It seems natural for early man to relate the heavenly mating of a sky god with the earth goddess as a catalyst to promote fertility. The celestial pairing of the two found its way in rituals of sexual nature intended to induce nature powers. Acts of divine fertility were performed in temples in front of the gods. Females represented the earth goddess and the king or high priest represented the male god and their union was enacted to stimulate land fertility. The Bible refers to these women as ‘Qadesh’ or ‘the blessed one’.
New Year ceremonies in Sumer, in Autumn, included the rites of holy matrimony, which imitated the mating act between the sky and the earth goddess. The king represented god Dumuzi who mated with the high priestess representing the sky goddess. In Canaan, the ritual of Baal and Asherah was celebrated, though condemned by the prophets: ‘On the mountaintops they offer sacrifice and on the hills, they burn incense, beneath oak and poplar and terebinth, because of their pleasant shade. Therefore your daughters prostitute themselves and your daughters-in-law commit adultery’ (Hosea 4:13)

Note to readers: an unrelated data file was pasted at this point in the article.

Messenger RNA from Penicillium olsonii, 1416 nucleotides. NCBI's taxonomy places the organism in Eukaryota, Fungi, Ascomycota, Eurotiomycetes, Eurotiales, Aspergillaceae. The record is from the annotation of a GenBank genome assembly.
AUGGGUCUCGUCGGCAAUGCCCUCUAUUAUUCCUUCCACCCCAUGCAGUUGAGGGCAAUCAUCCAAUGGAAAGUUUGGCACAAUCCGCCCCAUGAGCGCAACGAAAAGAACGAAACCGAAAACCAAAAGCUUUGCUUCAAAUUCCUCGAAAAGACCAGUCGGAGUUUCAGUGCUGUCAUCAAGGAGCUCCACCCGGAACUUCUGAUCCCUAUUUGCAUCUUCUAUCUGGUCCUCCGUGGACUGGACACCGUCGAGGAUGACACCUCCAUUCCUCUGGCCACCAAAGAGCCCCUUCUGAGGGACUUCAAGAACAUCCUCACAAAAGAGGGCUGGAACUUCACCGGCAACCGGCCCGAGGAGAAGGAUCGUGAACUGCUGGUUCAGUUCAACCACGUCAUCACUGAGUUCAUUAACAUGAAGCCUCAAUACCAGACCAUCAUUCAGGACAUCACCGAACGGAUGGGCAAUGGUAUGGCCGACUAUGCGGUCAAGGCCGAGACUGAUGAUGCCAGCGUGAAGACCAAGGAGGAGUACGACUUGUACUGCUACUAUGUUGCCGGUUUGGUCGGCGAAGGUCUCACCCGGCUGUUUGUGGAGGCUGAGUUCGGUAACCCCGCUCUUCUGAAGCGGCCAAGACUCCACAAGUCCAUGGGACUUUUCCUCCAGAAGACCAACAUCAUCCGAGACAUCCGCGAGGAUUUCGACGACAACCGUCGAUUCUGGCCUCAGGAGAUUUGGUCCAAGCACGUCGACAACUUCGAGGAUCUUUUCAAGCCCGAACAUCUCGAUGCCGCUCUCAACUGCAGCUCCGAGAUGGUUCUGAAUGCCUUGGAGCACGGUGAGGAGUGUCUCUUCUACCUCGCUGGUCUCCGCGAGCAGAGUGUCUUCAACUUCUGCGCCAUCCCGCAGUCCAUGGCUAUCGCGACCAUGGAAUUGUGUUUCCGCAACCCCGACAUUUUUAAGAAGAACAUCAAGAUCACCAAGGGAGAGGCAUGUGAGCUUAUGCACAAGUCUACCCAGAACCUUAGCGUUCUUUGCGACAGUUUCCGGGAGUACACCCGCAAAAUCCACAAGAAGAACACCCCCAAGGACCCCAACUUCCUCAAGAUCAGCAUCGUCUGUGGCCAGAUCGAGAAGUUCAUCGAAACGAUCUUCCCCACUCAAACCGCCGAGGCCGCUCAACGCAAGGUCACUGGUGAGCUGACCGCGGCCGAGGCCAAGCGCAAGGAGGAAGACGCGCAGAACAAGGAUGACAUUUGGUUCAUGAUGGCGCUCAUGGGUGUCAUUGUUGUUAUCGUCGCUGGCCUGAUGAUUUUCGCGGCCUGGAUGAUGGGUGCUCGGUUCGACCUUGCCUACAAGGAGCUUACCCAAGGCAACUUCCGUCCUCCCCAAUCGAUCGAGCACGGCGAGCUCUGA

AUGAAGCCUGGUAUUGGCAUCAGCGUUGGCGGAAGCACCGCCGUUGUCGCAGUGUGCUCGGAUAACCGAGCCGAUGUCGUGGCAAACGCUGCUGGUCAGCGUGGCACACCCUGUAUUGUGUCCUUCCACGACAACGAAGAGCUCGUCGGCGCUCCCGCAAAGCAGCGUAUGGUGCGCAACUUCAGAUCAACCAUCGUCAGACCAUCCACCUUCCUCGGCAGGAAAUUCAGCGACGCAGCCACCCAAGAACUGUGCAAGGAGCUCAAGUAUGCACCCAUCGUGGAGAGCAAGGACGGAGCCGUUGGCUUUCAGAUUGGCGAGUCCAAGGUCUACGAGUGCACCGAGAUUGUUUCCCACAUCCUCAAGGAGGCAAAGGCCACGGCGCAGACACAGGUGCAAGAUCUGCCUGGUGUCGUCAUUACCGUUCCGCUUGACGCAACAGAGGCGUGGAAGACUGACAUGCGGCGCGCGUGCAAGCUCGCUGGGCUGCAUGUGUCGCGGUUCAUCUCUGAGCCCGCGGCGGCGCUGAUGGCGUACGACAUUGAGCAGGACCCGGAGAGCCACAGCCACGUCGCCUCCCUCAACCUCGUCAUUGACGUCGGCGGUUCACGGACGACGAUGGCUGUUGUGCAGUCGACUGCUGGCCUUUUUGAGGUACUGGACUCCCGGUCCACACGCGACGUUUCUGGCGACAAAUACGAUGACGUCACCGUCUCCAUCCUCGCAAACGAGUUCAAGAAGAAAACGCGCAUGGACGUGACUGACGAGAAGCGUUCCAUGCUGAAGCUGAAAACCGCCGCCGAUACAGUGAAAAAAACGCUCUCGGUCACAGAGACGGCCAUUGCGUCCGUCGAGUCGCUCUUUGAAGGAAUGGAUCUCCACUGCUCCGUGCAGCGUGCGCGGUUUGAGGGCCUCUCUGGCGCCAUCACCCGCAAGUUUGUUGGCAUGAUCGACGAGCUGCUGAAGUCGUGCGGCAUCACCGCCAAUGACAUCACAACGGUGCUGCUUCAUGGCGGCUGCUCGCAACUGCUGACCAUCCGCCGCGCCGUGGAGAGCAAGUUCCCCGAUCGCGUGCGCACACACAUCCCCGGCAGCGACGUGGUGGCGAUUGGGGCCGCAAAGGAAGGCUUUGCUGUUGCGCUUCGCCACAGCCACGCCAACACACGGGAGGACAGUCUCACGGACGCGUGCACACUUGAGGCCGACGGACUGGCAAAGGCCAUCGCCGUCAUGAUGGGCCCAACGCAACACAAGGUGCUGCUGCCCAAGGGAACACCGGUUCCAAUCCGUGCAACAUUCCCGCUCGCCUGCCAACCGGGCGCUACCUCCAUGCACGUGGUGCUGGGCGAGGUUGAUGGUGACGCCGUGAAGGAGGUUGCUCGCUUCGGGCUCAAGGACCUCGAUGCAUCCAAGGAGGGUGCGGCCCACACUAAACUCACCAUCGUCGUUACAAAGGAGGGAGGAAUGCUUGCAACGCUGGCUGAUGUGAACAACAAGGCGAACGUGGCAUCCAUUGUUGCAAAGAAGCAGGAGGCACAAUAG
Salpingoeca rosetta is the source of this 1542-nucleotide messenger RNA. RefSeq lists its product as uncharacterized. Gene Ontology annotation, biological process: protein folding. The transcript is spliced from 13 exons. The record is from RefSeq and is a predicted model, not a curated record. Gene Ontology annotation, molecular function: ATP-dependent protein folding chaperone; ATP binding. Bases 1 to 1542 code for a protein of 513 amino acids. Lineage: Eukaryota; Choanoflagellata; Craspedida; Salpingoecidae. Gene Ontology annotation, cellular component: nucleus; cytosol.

Fertility played a significant role in ancient times; its importance increased with the development of early agriculture. Its purpose was to ensure nature’s fruitfulness it included: the making of autumn rains, the growth of the crops, and the multiplication of domestic animals..
Fig.1  Sacred Marriage, Negev Desert rock art
The sacred marriage union was considered a step toward divine fertility and was one of the rituals employed in festivities. It was imagined as a marriage between Heaven and Earth when the “male” heaven fertilized mother “earth” assuring the fresh green vegetation to spring from her. Rain considered the life essence for all crops, it stirred nature’s mysterious virility powers.
Fig.1, a Negev rock art, depicts a union of gods that pray for rain. The two standing figures, a man, and a woman are gods as their feathered bodies indicate. Features of a bird in rock art symbolizeda god. Their prayer induce massive rain, represented by the dotted cloud. They are extending their hands welcoming the sacred rain pouring on earth that carries with it a promise of the fertile season.
The scene depicted in Fig.1 instills the viewer with hope that the fertile season will soon arrive, exactly as prophesized in the Baal and Mot myth. The struggle between the two gods represents the changing of the seasons and weather patterns in the region, which impacts the livelihoods of the people living there.
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